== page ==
Big changes are underway in the United States, as the country gears up to elect a new president this week! I am writing about this since a good number of my friends are still pissed about President Rodrigo Duterte’s pivot away from the US (for various reasons), but of course this is just one (business & investments) perspective.
US investment in the Philippines
In 1982, the Philippines was the fourth largest site for American capital in Asia and Pacific ranking 31st at the time, valued at $1.3 Billion; while in 2015, US investments totaled only $4.7 billion compared to our neighbors (who are not “long time” allies compared to PH) with at least more than ours.
What’s up with that? And yet, some of us are panicking about US or BPO companies leaving but in reality, we are somewhat the least preferred destination of investment money.
One can blame the government (Politicians are not necessarily salespersons), or policy on foreign investment restrictions but those are just lame excuses for entrepreneurs or businessmen always finds some round-about way if they really wanted to stay invested in the Philippines.
Do you know how much effort Big multinationals put into cross-border tax planning? They can definitely deal with a country’s policies.
Oh sure, the U.S. is the world’s largest economy, with a gross domestic product (GDP) equal to approximately US$18 trillion annually, or about 16% of the global GDP. But the U.S. debt to China is $1.185 trillion, as of August 2016. That's 30% of the $3.948 trillion in Treasury bills, notes, and bonds held by foreign countries. The rest of the $19 trillion debt is owned by either the American people or by the U.S. government itself..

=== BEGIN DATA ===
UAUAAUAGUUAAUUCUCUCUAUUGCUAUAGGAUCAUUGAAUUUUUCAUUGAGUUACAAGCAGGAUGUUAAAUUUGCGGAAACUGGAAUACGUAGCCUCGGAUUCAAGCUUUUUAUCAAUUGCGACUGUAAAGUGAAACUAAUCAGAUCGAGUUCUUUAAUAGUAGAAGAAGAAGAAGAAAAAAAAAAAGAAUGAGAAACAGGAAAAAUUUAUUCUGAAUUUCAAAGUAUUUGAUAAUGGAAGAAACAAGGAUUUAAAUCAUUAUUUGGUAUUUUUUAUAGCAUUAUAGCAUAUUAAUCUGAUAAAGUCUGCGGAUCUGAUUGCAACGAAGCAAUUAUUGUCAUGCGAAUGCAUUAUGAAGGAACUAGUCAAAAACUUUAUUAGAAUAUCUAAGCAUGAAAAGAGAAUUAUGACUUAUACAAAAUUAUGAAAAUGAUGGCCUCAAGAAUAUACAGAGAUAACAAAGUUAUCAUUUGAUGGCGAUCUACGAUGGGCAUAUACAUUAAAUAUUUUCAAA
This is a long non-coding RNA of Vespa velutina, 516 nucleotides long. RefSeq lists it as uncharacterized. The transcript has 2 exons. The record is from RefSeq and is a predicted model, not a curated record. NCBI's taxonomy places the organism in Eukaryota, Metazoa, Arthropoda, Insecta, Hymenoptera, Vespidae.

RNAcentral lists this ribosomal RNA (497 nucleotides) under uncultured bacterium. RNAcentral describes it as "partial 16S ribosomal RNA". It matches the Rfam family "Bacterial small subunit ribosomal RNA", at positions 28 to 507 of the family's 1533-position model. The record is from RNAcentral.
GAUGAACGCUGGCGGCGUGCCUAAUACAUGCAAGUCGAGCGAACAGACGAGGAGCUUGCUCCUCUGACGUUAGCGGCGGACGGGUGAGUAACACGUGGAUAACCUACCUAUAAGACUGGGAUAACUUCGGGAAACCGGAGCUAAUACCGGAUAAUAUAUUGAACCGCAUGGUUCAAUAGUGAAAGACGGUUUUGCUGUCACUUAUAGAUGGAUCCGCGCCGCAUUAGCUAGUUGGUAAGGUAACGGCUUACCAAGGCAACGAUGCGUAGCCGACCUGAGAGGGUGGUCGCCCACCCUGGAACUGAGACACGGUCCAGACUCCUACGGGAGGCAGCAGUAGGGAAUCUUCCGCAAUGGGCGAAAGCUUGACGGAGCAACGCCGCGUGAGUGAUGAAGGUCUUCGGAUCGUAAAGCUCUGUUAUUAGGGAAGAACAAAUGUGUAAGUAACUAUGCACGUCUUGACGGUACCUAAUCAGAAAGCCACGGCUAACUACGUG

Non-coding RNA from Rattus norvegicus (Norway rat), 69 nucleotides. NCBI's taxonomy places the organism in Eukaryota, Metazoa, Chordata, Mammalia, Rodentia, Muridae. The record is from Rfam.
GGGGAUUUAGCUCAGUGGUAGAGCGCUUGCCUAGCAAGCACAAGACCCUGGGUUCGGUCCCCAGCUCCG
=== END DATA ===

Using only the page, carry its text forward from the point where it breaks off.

They also spend ridiculous amounts on their military to the point of neglecting some of their infrastructure, education to name a few. These data is just something to ponder on.
Change is coming over there
Potential changes in Federal Reserve interest rate policy may have the largest potential impact on the global economy and markets under a new administration. The president does not have direct decision-making power over Fed policy. However, the executive branch’s decisions regarding the federal government budget and other matters that may influence interest rates will likely alter the conditions under which global markets operate.
Like China, there are many pieces to the US puzzle, it’s not all “United” in the states.
Effects on Phl
Only THE FED can have a direct effect on us as far as the money markets are concerned. For other industries, it is still uncertain but for business people, it’s business as usual – whatever happens, they always adapt.
As for the candidates, stocks and bond markets will react if Donald Trump is elected President and probably destroy America. If Hillary Clinton wins, her tax hikes will piss-off a lot of people. And oh yeah, her foreign policy will probably end up destroying the world.
But as investors, we should be prepared for the possibility of a short or longer-term shift in the current market sentiments. The key is to understand one’s emotional reaction to the situation—is what matters the most if you want to get the most gains for your investment portfolio (or your business).
The writer is an RFP® - registered financial planner of RFP PH, Licensed Real Estate Broker and Director of CERTA, Inc., a family estate planning and investment advisory firm. To know more, please visit www.certa.ph
Originally Published in Philstar - The Freeman Newspaper last November 8, 2016.